The pure apologists for capitalist culture even argue that there should be no minimum wage, so that the magical “invisible hand” of a “free market” in labor can find the “true value” of any particular job. In a civilized society, one would think, no job should be valued at less than is needed for survival. Yet many executives who have the opportunity to do so, pay starvation wages. I know small business owners who insist on paying their workers a living wage, even for unskilled jobs, when they could pay only minimum wages. But these are entrepreneurs who have consciences; they believe in the American values of fairness and mutual loyalty of employer and employee.

One retired business owner told me with great confidence that raising the minimum wage would be counter productive for low wage workers. They would simply have to spend extra on more expensive fast food because their higher wages would drive up prices. Others claim that raising the minimum wage would destroy their businesses, because their customers would not pay the difference. Most critics of a livable minimum wage claim it would be a damper on the economy. Yet in every instance where the minimum wage was raised significantly, unemployment went down as the local economy was stimulated by the increased demand.  The additional income is mostly spent on necessities in the local economy.

Conscientious employers have proven the living-wage critics wrong time and again. Their businesses typically thrive, both because of the better mutual loyalty between employer and worker, and because the business just runs smother and is usually more responsive to customers as well because the owner has a better attitude about everyone. The public knows that the employment system in the U.S. is rigged to squeeze the workers and disempower them. That is why a new movement for economic fairness and justice is growing. At the same time, growing numbers of low-wage workers are recognizing that the only way they can break out of the trap they are in is to organize themselves and protest en mass. Despite continuing massive corporate propaganda, unions may be on the rise again.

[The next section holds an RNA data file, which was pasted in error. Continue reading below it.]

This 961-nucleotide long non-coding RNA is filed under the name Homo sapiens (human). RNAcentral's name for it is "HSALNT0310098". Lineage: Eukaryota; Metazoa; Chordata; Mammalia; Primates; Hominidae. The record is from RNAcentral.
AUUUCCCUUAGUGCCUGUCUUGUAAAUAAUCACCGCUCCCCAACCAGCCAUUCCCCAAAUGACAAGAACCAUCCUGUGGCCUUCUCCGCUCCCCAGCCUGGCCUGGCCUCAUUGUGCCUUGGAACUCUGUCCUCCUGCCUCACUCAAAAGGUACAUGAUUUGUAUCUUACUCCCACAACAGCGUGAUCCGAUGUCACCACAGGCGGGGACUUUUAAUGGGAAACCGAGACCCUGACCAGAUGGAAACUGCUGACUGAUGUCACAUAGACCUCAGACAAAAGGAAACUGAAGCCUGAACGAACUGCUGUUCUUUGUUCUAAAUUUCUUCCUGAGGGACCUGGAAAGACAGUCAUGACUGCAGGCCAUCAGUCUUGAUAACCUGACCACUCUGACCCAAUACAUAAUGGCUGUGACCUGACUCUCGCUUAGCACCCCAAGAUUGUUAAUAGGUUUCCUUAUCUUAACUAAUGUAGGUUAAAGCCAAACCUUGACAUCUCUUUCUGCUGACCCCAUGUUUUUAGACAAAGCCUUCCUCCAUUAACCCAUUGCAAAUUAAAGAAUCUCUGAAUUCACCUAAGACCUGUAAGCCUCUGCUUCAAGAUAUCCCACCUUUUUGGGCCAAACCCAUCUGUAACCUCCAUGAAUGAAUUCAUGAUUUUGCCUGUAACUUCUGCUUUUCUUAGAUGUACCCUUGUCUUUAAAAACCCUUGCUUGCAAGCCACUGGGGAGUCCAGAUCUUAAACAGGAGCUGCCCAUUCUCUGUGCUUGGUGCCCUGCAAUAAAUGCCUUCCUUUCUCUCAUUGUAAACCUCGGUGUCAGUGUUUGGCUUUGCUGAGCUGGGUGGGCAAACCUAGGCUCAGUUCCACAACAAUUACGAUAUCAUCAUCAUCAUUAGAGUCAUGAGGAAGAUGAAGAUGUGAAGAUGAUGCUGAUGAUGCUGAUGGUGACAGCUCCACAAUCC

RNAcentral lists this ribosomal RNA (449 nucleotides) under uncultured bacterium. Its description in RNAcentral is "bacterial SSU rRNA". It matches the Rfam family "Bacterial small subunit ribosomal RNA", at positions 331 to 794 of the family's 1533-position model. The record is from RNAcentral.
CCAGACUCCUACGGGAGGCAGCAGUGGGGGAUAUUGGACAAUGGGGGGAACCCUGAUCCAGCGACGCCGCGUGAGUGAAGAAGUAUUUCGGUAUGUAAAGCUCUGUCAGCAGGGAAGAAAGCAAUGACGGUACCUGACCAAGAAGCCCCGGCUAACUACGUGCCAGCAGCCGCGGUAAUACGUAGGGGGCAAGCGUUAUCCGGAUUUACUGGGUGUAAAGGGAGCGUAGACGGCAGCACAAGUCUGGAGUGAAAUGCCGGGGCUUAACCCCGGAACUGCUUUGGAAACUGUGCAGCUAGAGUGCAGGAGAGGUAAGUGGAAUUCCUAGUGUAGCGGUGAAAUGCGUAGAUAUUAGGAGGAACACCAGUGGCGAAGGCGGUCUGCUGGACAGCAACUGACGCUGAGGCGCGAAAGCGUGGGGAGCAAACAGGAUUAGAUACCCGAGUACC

Outsourcing America, or Reviving Our Economy
In the current situation of a continuing “wage recession,” we observe corporations sitting on vast quantities of cash. They hesitate to invest it in production, since low wages have driven demand for basic products so low. Everyone knows that a low-wage worker must spend every dollar s/he is paid just to survive. Production depends on demand. Corporations send capital overseas to reduce production costs and attempt to sell cheaper goods to workers here who cannot afford them. A shrinking middle class trying to survive on unsustainable poverty wages cannot maintain high levels of consumption. The rich can only buy so many mansions and yachts. The super wealthy corporate elites park their riches in financial instruments that contribute little to the real economy that would otherwise need workers at livable wages.

It is time to reassess the entire framework of the dying American economy. Narrow short-term corporate interests are destroying the potential for capital to be invested in creating many needed jobs in this country. The nation needs to do much work in areas that serve the public interest – such as energy efficiency – providing livable wages in the process. A massive investment of existing capital in converting the carbon economy to self-sustaining energy production and conservation would require many jobs. The fossil fuel industry cannot and will not provide such jobs – they are in the public interest, not the fossil fuel industry’s interest.

The so-called free market is anything but free. Capital has been put to many uses that cost society far more than their value to society and now even threaten our survival. Capital enables and empowers social action. Only a realignment of the role of capital in the new economy can make a livable society possible.